U.S. diplomats at the conference ... were surprised when [the crown prince -- ]previously seen as the royal family's leading reformer -- failed to mention the United States by name when listing allies that have provided critical support during the disturbances. He also spoke of countries that "selectively" criticize Bahrain's leadership, without citing specific examples.
Aww SCHNAP! Not citing examples? I bet he didn't show his work either.

Henderson continues,
Meanwhile, Deputy Secretary of State William Burns, who led the U.S. delegation, emphasized "the urgent challenges of Iran's reckless behavior." On reform, he stated, "There is no one-size-fits-all approach to such transitions or reform processes; much will depend on local circumstances and the quality of local leadership." However, he also noted that "Long-term stability, and enduring security, depend on the full participation of all citizens in political and economic life; the belief of all citizens that their peacefully expressed views are heard and respected; [and] the conviction of all citizens that they share a stake in their country's future." In the email text of the speech distributed by the State Department, the three mentions of the word "all" were each in bold type.
Ya, that's right, you heard him: bold!

Like others, Henderson concludes that "[t]he exchange suggests that the gap in perceptions between Washington and Manama is as wide as ever"; and that, "[g]oing forward, two dangers threaten U.S.-Bahraini relations. The first is that Iran will attempt to further weaken the relationship; the second is that Washington has made seemingly little effort to repair it."

All together, now: GOOD!  If there is one sure-fire way to derail any attempt at political compromise in Bahrain, it is by involving--or even hinting at the involvement of--the United States.  Do we somehow need to be reminded of the "Ayatollah Obama" columns in Al-Watan?  And of the National Unity Gathering rally against the quadrilateral terrorist axis of Iran, al-Wifaq, Hizballah, and the United States?  And of the defense minister's explicit claim of a U.S.-Iranian conspiracy behind the uprising?

In fact, I would hazard that this public "affront" is a bit of well-calculated political theater aimed at (1) ensuring Bahrainis that the U.S. is not involved in the crown prince's initiative; and (2) distancing him from the U.S. altogether--indeed, maybe even earning him a few points with (the mainly Sunni) critics of American "interference" in Bahrain.  It is certainly a more clever crown prince comeback plan than sending him home from Washington with a few spare helicopter parts and humvees.  And since the State Department has already tried that twice, and failed twice, perhaps a change of strategy is even to be expected here.

4. The formal opposition is on board but remains defiant.

Here we have another delicate balance that must be achieved if dialogue is to succeed or even proceed: the formal opposition (i.e., al-Wifaq) must remain defiant enough to be seen as representative of and, from the state's perspective, in relative control of the protest movement, while at the same time not so provocative as to aid in the (inevitable) mobilization of security-minded citizens and royals against the intitiative.  'Ali Salman's fiery but still moderate speech last Friday--in which he lectured and corrected those chanting the familiar "down with the regime" slogan--is seen to indicate that al-Wifaq has now grasped the importance of this dialectic.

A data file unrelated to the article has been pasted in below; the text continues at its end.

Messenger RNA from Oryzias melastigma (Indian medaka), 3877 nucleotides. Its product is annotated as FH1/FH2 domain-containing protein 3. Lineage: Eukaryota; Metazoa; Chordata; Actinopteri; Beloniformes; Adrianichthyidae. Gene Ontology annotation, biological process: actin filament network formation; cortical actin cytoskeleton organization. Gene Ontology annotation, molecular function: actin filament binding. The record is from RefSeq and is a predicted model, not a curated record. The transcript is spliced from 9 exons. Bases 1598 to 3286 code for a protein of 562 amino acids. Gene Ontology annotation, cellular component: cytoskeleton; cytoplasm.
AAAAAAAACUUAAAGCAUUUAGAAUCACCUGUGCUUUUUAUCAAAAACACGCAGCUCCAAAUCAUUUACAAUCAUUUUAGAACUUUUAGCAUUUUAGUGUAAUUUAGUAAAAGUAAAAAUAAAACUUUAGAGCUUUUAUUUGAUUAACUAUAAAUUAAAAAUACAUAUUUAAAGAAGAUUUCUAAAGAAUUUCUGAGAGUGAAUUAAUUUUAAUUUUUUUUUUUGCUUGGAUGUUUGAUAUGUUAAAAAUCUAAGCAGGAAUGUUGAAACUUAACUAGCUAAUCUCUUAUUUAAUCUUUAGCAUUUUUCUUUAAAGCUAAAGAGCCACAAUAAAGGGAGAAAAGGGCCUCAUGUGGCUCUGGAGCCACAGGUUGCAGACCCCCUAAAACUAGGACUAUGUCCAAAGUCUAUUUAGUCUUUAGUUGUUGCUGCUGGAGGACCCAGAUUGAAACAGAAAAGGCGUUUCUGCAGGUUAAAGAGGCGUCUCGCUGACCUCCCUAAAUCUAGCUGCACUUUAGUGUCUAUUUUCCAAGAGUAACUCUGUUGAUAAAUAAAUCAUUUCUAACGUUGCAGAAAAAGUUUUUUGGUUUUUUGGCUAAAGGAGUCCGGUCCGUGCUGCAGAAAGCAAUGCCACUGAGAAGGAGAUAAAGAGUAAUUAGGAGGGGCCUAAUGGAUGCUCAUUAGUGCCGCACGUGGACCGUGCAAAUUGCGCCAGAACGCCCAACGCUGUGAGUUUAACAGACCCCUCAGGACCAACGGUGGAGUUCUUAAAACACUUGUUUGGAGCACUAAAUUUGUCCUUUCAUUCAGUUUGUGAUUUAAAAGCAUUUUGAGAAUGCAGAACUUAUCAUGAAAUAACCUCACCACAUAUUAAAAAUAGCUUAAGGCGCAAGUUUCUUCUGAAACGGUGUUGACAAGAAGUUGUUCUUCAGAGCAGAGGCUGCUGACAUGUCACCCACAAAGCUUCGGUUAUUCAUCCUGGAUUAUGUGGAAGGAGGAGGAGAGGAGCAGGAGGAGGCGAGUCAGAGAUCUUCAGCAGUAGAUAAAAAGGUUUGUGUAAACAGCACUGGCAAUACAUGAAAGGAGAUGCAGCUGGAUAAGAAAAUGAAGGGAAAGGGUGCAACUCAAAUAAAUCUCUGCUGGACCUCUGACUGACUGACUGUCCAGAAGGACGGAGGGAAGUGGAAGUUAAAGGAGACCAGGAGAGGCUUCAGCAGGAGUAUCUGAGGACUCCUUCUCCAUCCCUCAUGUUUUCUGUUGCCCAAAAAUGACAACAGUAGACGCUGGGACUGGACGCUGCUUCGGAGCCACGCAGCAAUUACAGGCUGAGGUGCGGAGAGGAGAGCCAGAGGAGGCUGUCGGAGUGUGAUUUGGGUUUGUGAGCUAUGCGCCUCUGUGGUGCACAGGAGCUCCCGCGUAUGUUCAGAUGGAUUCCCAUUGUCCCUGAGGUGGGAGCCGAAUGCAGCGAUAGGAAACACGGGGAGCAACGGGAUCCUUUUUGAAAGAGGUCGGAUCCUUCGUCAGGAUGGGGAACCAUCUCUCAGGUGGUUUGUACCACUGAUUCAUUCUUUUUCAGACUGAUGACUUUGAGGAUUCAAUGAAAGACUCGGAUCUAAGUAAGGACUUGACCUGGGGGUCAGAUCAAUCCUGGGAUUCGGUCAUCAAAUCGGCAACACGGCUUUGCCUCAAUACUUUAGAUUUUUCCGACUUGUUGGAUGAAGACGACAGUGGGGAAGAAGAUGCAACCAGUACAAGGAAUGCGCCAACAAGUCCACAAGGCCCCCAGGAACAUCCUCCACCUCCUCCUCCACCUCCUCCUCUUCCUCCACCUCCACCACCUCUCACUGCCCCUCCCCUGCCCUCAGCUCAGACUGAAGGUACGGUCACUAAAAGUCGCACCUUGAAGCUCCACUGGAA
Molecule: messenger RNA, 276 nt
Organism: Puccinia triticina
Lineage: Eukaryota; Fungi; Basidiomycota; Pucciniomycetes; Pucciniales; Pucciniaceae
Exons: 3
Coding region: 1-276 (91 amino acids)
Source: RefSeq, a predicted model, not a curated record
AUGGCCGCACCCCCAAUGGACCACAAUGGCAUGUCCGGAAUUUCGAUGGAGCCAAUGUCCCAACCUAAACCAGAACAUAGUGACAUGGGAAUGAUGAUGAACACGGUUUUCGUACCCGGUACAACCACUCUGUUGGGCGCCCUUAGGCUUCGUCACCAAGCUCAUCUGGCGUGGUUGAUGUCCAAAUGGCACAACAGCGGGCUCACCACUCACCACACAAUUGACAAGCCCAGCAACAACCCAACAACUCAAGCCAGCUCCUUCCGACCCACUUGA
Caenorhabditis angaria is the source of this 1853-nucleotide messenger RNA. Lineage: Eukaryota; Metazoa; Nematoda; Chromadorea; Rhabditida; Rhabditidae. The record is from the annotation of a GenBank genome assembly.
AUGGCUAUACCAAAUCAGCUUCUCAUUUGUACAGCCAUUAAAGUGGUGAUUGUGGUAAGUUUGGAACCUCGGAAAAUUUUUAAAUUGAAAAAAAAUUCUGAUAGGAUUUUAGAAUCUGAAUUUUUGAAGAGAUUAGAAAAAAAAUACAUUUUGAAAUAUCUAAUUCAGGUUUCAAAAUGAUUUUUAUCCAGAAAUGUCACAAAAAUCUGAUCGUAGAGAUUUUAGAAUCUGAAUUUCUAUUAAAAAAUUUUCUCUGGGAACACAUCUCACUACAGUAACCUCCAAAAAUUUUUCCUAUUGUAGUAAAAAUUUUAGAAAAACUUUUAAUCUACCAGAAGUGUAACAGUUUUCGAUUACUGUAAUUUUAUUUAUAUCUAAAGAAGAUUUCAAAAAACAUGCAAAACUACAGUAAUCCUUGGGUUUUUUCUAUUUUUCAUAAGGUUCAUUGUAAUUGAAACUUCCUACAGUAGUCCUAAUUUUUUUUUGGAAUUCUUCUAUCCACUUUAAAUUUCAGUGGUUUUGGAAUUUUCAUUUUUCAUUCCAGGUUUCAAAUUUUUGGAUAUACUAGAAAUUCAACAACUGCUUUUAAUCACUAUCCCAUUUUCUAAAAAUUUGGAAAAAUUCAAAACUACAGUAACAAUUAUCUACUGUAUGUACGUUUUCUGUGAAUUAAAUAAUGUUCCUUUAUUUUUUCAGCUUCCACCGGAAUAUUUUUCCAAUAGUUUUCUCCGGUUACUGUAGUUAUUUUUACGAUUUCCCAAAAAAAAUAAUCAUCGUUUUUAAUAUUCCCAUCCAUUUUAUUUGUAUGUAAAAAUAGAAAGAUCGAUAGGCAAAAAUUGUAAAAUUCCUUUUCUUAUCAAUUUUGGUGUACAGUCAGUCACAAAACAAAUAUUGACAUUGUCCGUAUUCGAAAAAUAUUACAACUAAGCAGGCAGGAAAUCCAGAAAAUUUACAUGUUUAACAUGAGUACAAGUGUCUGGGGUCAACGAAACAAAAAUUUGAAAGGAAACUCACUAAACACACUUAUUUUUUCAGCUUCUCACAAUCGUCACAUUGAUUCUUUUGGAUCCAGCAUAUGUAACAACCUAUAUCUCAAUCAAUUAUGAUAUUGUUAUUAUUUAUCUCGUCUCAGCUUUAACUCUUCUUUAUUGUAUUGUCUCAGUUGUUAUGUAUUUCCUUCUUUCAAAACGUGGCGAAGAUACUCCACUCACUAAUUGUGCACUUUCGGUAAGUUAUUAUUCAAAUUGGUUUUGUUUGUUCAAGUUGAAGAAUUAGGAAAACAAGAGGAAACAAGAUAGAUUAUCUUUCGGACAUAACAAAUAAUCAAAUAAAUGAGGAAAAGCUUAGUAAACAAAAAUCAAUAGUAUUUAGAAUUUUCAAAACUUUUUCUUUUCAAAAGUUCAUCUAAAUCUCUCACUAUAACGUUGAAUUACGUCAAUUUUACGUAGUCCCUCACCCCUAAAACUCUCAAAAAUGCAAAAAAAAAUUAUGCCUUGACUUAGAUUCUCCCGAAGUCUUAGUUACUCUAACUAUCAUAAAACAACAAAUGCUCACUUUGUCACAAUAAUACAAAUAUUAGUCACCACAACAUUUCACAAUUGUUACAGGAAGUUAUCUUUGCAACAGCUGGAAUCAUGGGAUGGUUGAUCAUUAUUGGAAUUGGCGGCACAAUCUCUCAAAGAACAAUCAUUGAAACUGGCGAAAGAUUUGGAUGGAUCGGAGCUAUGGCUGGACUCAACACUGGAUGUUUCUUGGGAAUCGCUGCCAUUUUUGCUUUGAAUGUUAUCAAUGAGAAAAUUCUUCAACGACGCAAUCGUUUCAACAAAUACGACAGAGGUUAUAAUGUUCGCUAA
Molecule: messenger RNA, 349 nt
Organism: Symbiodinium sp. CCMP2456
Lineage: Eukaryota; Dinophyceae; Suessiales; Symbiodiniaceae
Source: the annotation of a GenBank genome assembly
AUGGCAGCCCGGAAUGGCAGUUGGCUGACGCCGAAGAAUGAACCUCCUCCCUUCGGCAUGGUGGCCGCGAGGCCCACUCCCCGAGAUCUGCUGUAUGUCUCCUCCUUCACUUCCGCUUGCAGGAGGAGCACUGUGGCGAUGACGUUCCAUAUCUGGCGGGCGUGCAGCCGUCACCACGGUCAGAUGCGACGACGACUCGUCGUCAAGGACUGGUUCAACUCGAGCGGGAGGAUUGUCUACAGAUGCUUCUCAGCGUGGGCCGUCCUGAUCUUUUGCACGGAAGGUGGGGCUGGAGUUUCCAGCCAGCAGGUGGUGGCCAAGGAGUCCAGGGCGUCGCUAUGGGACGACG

As you see from the following video excerpt (others are on al-Wifaq's website here), his voice says pissed off and maybe a bit crazy, but his words say coherent and reasonable.  That's what al-Wifaq needs to aim for, as eventually they will (if talks are successful) be asked to convince their own constituents to accept the deal they have bargained. (You can follow the opposition forum debate over his speech here.)

It looks like al-Wifaq and the rest of the formal opposition will keep the pressure coming, with another (now-illegal) rally planned for Friday titled "The People's Demand is Democracy":

5. Hardliners are flipping out. 

Finally, perhaps the most encouraging sign that Sh. Salman's new dialogue initiative may actually come to something is that security-minded citizens and Al Khalifa conservatives are already desperately rushing to the offensive. Indeed, Al-Watan's editorial page today is going an impressive 4-for-4 on anti-crown prince dialogue stories, including one by anti-American specialist-turned-editor-in-chief (and personal spiritual and menu adviser of this blog) Yusif Al Bin Khalil.  In another, Hisham al-Zayani asks, "What is the price of dialogue?" Still another by Faisal al-Shaikh is titled "America to al-Wifaq: Don't bring down the system, but!," and seems to be getting good play on Sunni message boards, which are filling up with posts about "the coming dialogue." A final article by Sawsan al-Sha'ir also focuses on alleged U.S. sponsorship of the proposed talks. (And this is AFTER Sh. Salman's "public slap against Washington"!  Do I require further evidence for point #3 above?)

Thus, if one assumes that this vehemence is roughly in proportion with perceptions of the likelihood that Sh. Salman will succeed at least in initiating talks, then one should be fairly optimistic.  With his out-of-the-blue resurrection, the crown prince has caught Al Khalifa hardliners off guard.